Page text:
As any longtime reader will know, I love scrutinizing Daredevil’s senses, both from a scientific and conceptual perspective. That is to say that I enjoy looking at 1) the conflict between what the limitations of physics and biology allow in the real world and what Daredevil is able to do in the comic and 2) how the nature and extent of Darededevil’s heightened senses – combined with his lack of sight – has been explored and interpreted by writers and artists.
The enigmatic radar sense has been particularly interesting to pick apart, and that’s the reason this post and the ones that have preceded it in the series have even been given their own category on this site. So far, I’ve only reached Denny O’Neil’s run as Daredevil writer in the “History of the Radar Sense” series proper, but I’ve decided to make a big leap forward in time to the present for this post. Yes, the Waid/Rivera/Martín run only has four issues to its credit so far, but given the fact that the entire team has shown an unusual dedication to exploring the sensory angle of Matt Murdock’s world – enhancements and deficits alike – this seemed like a good enough opportunity to return to the topic I never seem to be able to stay away from very long. I can’t say I’ve reached any definitive conclusion yet, but maybe this post will at least make for an interesting discussion.
Starting with the very first interviews with Mark Waid, long before Daredevil #1 came out, it seemed clear that this creative team was really going to spend time getting into Matt’s head and I was quite curious to see what they would make of the Matt’s radar sense. As early as the back-up story in Daredevil #1, with art by Marcos Martín, we see Matt himself offer the following explanation:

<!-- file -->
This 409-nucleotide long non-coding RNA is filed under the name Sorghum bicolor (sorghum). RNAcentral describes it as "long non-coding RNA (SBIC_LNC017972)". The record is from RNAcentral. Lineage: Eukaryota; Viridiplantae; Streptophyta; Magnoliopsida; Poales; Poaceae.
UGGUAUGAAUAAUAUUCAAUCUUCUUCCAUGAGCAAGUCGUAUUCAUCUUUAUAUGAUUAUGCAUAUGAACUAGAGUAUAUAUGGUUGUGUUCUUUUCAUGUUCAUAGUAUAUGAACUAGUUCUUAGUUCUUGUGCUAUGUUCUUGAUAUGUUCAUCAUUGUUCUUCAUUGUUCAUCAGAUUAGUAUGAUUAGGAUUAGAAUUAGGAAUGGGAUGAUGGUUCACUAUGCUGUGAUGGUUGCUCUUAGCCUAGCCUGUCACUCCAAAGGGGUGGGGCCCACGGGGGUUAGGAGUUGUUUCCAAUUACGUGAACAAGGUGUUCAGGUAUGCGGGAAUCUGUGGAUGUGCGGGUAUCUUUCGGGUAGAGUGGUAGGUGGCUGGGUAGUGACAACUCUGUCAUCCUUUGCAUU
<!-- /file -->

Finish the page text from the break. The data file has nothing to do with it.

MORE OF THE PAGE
So, apparently it’s “like echolocation.” Without actually being echolocation? To tell you the truth, this exchange – while enlightening in some ways – didn’t make me much wiser in terms of figuring out what exactly Mark Waid imagines the radar sense to be. Worth noting, however, is that the “touching everything at once” line, which was first uttered by a young Matt when explaining his powers to Elektra in the hands of Frank Miller. Regardless of the source of Matt’s pseudo-visual perceptions, it makes sense for there to be a tactile component to the experience. In fact, many real life blind people will claim to be sensing objects by tactile means – as opposed to hearing them – to the extent that one of the participants in early experiments on what was known at the time as “facial vision” refused to believe that his experiences were based on hearing. Only after he repeatedly failed to detect objects when his ears were covered would he accept this idea.
Like I said, I was none the wiser in terms of whether Waid considered the “radar” to be hearing-based, a literal radar sense (i.e. electromagnetic waves) or something in between – or entirely different – from reading the back-up story. The final few pages of the main story of the first issue didn’t make things any clearer. During this part of the story, Daredevil is targeted by Captain America and sprayed with radar chaff. Chaff is used as a radar countermeasure and consists of small pieces of plastic or metal. This would clearly indicate that we’re talking about actual radar if it weren’t for the fact that it seems reasonable that radar chaff would also affect someone’s ability to “hear” nearby object (particularly if that someone is relying primarily on relatively low intensity ambient sound), given that even the leaves of a tree reflect sound. We also see Daredevil trying to get a handle on the situation by actively generating sound, as seen in the panel below in which he taps his billy club against a chimney.